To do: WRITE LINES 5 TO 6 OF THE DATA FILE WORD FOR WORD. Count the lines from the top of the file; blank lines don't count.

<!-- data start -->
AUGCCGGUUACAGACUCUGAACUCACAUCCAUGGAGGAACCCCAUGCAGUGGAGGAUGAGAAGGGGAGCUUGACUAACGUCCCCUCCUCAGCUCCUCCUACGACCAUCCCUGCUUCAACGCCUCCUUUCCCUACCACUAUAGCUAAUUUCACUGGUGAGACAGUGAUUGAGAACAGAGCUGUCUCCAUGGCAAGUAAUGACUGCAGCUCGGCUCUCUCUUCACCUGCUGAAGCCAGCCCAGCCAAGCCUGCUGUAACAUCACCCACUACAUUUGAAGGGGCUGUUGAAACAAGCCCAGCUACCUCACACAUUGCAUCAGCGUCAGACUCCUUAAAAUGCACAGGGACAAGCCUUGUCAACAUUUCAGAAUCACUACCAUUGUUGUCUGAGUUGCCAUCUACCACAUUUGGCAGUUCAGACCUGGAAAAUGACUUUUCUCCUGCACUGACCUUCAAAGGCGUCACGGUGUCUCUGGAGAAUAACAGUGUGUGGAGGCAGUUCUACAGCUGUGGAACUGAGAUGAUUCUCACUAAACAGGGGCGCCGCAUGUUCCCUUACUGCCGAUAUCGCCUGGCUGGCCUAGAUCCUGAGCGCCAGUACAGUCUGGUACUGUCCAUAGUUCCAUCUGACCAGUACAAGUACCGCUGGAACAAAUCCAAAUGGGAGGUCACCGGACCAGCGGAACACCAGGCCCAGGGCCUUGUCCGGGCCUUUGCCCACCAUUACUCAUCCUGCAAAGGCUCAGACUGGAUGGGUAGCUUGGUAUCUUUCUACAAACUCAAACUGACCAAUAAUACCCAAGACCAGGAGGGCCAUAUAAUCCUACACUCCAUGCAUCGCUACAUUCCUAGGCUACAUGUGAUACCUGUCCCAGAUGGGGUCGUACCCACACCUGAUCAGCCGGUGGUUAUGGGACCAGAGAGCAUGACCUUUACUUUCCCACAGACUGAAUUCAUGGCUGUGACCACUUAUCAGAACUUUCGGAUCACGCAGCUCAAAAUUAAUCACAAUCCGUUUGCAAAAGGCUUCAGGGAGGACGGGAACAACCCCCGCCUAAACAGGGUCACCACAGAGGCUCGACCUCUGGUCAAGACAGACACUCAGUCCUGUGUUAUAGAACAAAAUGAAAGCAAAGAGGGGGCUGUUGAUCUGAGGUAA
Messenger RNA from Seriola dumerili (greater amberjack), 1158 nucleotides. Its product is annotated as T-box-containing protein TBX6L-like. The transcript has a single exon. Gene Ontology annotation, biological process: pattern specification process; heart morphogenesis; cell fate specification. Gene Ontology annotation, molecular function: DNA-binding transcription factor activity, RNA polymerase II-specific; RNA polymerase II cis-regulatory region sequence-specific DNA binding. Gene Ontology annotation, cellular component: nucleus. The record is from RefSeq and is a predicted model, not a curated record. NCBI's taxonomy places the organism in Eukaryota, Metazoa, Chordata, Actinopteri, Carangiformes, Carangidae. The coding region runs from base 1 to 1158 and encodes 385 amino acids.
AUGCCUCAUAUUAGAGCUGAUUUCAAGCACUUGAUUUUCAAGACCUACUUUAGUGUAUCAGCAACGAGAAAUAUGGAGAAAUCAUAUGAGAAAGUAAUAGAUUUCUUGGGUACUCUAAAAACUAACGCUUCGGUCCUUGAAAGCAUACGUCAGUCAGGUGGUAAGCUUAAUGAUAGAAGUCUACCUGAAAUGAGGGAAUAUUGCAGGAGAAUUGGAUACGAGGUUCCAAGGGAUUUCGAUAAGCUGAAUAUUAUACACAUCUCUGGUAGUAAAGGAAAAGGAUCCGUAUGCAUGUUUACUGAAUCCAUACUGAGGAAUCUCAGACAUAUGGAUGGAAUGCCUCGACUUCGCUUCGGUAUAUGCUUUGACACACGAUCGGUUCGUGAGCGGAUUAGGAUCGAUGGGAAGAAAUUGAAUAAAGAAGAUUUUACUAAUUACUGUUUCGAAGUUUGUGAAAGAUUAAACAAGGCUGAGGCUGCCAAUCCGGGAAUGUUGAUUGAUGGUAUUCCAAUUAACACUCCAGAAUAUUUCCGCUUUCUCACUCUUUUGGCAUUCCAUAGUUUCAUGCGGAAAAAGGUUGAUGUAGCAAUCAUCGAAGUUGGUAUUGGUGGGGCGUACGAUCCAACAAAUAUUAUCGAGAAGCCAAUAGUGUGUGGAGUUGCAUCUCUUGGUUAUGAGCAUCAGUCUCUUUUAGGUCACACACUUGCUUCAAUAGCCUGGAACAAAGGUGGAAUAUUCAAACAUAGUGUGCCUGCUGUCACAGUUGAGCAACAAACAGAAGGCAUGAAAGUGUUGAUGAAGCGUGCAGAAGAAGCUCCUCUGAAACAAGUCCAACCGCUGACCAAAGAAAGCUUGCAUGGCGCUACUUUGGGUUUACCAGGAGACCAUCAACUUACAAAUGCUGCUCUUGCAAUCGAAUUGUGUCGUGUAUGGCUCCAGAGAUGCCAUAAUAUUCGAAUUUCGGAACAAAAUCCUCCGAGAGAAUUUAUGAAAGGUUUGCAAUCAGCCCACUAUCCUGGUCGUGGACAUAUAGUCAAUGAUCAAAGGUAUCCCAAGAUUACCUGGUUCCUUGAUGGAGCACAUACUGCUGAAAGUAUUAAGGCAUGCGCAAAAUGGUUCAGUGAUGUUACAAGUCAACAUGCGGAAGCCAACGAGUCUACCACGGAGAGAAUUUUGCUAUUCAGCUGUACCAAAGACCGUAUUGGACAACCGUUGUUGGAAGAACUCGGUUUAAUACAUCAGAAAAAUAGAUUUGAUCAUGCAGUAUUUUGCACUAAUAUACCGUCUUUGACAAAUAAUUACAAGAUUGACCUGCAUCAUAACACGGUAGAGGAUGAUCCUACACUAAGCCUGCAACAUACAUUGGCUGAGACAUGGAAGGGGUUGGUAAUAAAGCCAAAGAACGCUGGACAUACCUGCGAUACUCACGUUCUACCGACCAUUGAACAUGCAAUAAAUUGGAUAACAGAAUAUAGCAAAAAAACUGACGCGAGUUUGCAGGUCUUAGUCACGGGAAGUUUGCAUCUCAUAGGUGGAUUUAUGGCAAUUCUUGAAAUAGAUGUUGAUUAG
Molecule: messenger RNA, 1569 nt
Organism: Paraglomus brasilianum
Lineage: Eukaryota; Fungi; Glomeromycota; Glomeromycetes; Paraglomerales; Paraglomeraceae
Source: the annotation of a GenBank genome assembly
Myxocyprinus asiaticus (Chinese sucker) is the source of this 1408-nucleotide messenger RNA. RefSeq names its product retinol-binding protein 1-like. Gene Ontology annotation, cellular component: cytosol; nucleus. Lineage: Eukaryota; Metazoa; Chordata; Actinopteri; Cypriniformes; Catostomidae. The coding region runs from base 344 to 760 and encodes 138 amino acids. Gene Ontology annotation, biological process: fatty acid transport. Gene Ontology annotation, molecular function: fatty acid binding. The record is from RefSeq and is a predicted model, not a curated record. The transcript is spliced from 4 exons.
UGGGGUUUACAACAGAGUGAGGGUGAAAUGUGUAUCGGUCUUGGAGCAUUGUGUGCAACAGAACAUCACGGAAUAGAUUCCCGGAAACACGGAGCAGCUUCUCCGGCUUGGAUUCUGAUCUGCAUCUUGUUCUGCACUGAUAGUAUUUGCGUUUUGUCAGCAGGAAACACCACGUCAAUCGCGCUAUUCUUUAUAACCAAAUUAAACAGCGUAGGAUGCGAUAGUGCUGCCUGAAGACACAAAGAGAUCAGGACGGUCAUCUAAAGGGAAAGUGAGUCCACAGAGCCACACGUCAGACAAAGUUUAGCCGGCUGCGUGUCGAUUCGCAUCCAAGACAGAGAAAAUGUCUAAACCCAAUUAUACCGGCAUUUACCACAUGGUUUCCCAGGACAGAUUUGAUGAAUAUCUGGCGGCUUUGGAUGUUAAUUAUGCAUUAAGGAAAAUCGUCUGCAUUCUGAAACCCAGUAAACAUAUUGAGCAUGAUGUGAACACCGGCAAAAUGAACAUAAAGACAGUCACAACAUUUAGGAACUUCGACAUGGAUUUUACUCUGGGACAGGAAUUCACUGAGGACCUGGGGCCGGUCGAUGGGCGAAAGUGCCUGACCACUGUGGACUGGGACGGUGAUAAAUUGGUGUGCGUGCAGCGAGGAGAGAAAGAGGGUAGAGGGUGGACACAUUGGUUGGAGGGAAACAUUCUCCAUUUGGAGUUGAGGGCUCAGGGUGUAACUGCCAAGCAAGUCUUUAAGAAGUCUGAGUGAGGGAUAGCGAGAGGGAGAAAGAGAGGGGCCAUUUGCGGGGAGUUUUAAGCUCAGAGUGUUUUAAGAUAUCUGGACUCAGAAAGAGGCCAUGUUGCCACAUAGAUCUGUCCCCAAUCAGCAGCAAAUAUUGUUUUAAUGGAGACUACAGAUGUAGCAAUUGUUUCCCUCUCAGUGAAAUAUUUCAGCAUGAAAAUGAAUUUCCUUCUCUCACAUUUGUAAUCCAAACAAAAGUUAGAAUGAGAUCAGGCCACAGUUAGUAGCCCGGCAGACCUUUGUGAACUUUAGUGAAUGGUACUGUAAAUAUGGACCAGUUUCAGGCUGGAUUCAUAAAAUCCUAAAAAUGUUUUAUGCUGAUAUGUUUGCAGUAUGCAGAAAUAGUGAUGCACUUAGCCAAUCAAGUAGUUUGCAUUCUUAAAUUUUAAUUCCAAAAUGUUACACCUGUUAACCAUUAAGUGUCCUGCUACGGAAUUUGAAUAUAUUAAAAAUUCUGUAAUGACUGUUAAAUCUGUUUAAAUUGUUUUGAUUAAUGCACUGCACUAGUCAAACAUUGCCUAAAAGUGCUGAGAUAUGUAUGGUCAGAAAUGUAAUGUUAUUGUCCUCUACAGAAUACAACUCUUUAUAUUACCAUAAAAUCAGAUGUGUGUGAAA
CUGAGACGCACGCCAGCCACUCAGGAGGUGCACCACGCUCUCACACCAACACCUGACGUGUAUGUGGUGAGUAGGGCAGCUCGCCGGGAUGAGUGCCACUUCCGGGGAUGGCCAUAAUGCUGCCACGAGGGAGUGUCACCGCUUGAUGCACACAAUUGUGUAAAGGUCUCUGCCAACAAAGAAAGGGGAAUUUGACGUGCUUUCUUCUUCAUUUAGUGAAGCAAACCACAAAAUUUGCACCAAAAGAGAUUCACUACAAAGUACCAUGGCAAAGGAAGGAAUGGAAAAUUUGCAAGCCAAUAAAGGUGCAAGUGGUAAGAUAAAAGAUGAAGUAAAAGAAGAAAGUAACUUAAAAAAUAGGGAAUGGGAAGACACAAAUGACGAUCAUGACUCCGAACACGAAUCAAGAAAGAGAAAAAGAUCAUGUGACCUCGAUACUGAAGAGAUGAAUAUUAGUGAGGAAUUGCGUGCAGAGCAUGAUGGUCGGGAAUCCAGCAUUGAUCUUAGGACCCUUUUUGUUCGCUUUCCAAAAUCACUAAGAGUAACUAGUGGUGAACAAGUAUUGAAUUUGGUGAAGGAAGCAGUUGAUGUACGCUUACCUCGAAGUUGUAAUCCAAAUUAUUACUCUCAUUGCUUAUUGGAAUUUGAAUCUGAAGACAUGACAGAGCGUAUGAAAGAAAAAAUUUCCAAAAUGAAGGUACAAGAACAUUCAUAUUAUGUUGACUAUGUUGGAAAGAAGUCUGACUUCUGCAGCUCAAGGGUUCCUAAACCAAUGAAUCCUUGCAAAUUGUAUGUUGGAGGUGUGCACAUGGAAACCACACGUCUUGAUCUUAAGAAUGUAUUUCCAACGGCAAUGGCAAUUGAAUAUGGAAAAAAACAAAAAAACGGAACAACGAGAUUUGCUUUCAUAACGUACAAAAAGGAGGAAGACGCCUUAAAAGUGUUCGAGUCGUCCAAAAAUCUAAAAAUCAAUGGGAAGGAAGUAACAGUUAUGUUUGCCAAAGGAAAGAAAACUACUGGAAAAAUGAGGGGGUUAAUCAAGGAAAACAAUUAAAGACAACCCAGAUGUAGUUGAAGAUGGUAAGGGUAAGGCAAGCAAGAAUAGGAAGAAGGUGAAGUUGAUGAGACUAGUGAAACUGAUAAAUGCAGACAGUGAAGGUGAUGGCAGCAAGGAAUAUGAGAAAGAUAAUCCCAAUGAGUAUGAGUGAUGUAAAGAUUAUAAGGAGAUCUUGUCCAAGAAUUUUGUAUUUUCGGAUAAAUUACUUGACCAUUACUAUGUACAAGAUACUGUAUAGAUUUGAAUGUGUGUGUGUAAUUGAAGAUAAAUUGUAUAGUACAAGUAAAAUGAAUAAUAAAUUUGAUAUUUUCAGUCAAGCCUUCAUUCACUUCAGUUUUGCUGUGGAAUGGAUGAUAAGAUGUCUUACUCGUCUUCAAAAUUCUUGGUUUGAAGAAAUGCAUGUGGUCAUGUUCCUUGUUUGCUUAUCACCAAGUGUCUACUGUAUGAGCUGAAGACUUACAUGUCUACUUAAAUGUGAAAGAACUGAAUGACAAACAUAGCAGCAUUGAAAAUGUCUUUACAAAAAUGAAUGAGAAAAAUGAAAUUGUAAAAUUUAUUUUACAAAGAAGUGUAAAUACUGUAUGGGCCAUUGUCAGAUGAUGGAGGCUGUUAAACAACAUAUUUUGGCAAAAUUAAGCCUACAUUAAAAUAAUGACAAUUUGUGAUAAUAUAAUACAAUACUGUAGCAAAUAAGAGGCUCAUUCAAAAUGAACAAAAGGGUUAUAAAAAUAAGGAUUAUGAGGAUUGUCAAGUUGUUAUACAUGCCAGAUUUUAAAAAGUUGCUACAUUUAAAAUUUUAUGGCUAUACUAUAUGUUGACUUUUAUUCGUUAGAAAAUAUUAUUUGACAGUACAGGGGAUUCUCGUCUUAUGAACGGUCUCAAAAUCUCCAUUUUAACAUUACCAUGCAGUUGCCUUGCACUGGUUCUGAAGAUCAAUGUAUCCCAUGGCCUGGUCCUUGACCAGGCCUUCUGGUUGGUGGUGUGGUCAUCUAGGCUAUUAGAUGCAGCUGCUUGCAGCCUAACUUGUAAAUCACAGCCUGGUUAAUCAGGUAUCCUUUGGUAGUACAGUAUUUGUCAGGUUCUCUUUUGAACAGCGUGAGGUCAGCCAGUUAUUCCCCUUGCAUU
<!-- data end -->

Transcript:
Organism: Paraglomus brasilianum
Lineage: Eukaryota; Fungi; Glomeromycota; Glomeromycetes; Paraglomerales; Paraglomeraceae